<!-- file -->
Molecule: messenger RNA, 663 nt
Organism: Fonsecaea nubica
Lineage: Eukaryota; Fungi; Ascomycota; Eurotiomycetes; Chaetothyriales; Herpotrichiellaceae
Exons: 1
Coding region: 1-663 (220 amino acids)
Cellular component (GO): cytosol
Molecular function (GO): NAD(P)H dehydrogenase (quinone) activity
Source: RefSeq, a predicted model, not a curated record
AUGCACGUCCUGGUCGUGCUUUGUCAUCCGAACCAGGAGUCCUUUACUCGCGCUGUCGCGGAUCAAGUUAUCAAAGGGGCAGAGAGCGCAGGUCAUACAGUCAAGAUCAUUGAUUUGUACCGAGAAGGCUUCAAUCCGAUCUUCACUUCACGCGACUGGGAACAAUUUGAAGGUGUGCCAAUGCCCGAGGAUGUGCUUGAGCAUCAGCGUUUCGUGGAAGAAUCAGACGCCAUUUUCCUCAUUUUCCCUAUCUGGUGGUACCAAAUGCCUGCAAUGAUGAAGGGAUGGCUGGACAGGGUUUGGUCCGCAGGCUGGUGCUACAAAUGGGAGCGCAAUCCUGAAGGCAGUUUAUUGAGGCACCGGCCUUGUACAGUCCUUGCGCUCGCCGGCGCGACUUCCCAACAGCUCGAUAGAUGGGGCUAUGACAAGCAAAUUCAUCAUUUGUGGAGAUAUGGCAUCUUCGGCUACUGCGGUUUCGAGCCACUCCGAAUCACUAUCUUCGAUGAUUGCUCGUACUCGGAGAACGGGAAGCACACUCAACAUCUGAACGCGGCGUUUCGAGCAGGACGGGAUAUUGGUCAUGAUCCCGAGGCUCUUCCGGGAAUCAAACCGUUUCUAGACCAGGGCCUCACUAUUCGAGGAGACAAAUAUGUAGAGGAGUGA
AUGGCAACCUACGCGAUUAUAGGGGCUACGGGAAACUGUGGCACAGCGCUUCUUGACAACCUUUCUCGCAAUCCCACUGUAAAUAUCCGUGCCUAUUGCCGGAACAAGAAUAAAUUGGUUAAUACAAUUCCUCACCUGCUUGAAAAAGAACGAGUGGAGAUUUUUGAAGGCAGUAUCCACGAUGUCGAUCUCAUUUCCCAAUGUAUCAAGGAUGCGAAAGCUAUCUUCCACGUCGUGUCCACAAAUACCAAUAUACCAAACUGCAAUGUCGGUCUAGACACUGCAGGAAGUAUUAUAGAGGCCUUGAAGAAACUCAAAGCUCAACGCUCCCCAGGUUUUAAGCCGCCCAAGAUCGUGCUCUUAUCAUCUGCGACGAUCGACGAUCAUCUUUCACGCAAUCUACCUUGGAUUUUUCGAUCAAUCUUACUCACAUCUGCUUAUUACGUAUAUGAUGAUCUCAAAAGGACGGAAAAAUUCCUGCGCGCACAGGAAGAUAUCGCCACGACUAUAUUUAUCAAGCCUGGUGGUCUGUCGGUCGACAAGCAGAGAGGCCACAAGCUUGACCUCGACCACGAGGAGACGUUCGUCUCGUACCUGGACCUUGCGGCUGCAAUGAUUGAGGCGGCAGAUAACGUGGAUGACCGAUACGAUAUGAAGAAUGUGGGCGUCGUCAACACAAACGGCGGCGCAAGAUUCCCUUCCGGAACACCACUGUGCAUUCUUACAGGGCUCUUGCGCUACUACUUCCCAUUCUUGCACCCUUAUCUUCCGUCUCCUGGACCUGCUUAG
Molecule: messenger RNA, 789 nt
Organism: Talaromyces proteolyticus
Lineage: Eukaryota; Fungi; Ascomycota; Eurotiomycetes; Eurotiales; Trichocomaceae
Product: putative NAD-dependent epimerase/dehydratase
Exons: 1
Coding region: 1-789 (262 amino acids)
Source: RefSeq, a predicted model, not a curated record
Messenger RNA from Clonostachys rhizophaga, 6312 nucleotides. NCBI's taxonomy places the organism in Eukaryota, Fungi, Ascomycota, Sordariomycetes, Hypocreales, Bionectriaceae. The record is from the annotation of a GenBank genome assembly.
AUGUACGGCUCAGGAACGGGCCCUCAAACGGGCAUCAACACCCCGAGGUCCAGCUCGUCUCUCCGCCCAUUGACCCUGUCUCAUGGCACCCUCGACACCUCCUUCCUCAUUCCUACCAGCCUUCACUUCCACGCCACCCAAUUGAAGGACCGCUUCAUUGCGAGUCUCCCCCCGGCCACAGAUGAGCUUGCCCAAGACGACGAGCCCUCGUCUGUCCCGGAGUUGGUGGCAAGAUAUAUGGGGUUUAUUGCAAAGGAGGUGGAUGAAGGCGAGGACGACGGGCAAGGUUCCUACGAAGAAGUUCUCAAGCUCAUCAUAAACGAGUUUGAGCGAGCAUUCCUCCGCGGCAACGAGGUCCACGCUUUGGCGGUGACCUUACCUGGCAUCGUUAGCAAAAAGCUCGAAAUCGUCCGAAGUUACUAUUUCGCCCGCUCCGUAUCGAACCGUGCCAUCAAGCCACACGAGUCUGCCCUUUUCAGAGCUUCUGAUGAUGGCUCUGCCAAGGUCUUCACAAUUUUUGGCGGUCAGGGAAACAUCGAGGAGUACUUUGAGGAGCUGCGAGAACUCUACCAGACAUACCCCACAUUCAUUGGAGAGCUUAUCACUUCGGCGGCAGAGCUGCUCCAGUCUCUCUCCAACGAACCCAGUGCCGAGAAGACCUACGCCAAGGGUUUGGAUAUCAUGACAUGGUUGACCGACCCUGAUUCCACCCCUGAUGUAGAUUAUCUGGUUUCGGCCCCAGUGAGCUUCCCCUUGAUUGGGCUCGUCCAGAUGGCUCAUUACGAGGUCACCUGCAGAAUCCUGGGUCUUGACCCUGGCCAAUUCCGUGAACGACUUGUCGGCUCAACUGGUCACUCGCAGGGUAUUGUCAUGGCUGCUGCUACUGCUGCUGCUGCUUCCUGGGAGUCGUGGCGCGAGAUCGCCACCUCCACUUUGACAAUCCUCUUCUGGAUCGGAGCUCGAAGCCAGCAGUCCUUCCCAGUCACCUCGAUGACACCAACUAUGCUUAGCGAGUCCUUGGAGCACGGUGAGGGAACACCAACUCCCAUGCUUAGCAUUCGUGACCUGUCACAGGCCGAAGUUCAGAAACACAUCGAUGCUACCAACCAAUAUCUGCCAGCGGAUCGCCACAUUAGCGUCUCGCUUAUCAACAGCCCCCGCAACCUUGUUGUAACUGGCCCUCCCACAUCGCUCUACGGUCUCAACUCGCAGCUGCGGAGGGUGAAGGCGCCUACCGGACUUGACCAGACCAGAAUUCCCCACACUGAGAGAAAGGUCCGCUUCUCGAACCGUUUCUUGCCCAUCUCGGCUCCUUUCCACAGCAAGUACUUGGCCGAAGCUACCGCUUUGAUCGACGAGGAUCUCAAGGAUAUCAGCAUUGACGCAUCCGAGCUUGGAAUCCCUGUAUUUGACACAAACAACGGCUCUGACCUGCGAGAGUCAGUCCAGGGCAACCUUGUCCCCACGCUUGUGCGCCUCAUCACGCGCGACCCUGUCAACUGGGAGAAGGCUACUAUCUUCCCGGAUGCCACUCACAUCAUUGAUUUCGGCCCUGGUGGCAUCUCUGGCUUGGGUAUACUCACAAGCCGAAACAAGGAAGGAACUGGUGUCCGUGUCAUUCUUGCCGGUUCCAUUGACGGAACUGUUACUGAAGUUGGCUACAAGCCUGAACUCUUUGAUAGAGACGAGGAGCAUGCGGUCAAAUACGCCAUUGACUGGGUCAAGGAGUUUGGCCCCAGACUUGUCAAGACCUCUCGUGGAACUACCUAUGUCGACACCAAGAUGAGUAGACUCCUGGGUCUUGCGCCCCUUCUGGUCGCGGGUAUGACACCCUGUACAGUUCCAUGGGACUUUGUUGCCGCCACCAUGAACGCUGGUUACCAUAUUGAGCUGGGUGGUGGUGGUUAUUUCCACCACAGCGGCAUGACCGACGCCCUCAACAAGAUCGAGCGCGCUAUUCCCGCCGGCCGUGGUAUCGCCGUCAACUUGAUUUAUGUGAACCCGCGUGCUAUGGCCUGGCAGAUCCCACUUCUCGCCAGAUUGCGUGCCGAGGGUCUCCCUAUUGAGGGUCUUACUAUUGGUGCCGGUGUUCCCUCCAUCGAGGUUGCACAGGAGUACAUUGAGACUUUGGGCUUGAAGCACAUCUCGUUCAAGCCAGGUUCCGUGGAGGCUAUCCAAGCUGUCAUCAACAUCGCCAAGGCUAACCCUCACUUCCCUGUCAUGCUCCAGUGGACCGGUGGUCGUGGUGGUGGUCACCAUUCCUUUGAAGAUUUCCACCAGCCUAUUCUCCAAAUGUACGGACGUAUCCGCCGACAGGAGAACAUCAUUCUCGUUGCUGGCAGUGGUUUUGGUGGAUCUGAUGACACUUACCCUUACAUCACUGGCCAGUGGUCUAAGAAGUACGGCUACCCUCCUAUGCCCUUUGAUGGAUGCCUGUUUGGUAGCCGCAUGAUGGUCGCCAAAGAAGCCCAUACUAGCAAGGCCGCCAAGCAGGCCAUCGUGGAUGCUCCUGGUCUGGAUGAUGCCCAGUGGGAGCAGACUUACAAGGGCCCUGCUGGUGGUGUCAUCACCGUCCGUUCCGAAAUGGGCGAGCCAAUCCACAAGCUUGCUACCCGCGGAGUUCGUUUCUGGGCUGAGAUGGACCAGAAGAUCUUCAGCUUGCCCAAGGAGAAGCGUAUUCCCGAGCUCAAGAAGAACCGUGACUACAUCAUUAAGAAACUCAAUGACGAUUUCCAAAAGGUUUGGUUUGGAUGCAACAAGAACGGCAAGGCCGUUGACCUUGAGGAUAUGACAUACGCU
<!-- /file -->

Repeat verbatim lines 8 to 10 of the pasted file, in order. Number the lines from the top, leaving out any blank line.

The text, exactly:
Source: RefSeq, a predicted model, not a curated record
AUGCACGUCCUGGUCGUGCUUUGUCAUCCGAACCAGGAGUCCUUUACUCGCGCUGUCGCGGAUCAAGUUAUCAAAGGGGCAGAGAGCGCAGGUCAUACAGUCAAGAUCAUUGAUUUGUACCGAGAAGGCUUCAAUCCGAUCUUCACUUCACGCGACUGGGAACAAUUUGAAGGUGUGCCAAUGCCCGAGGAUGUGCUUGAGCAUCAGCGUUUCGUGGAAGAAUCAGACGCCAUUUUCCUCAUUUUCCCUAUCUGGUGGUACCAAAUGCCUGCAAUGAUGAAGGGAUGGCUGGACAGGGUUUGGUCCGCAGGCUGGUGCUACAAAUGGGAGCGCAAUCCUGAAGGCAGUUUAUUGAGGCACCGGCCUUGUACAGUCCUUGCGCUCGCCGGCGCGACUUCCCAACAGCUCGAUAGAUGGGGCUAUGACAAGCAAAUUCAUCAUUUGUGGAGAUAUGGCAUCUUCGGCUACUGCGGUUUCGAGCCACUCCGAAUCACUAUCUUCGAUGAUUGCUCGUACUCGGAGAACGGGAAGCACACUCAACAUCUGAACGCGGCGUUUCGAGCAGGACGGGAUAUUGGUCAUGAUCCCGAGGCUCUUCCGGGAAUCAAACCGUUUCUAGACCAGGGCCUCACUAUUCGAGGAGACAAAUAUGUAGAGGAGUGA
AUGGCAACCUACGCGAUUAUAGGGGCUACGGGAAACUGUGGCACAGCGCUUCUUGACAACCUUUCUCGCAAUCCCACUGUAAAUAUCCGUGCCUAUUGCCGGAACAAGAAUAAAUUGGUUAAUACAAUUCCUCACCUGCUUGAAAAAGAACGAGUGGAGAUUUUUGAAGGCAGUAUCCACGAUGUCGAUCUCAUUUCCCAAUGUAUCAAGGAUGCGAAAGCUAUCUUCCACGUCGUGUCCACAAAUACCAAUAUACCAAACUGCAAUGUCGGUCUAGACACUGCAGGAAGUAUUAUAGAGGCCUUGAAGAAACUCAAAGCUCAACGCUCCCCAGGUUUUAAGCCGCCCAAGAUCGUGCUCUUAUCAUCUGCGACGAUCGACGAUCAUCUUUCACGCAAUCUACCUUGGAUUUUUCGAUCAAUCUUACUCACAUCUGCUUAUUACGUAUAUGAUGAUCUCAAAAGGACGGAAAAAUUCCUGCGCGCACAGGAAGAUAUCGCCACGACUAUAUUUAUCAAGCCUGGUGGUCUGUCGGUCGACAAGCAGAGAGGCCACAAGCUUGACCUCGACCACGAGGAGACGUUCGUCUCGUACCUGGACCUUGCGGCUGCAAUGAUUGAGGCGGCAGAUAACGUGGAUGACCGAUACGAUAUGAAGAAUGUGGGCGUCGUCAACACAAACGGCGGCGCAAGAUUCCCUUCCGGAACACCACUGUGCAUUCUUACAGGGCUCUUGCGCUACUACUUCCCAUUCUUGCACCCUUAUCUUCCGUCUCCUGGACCUGCUUAG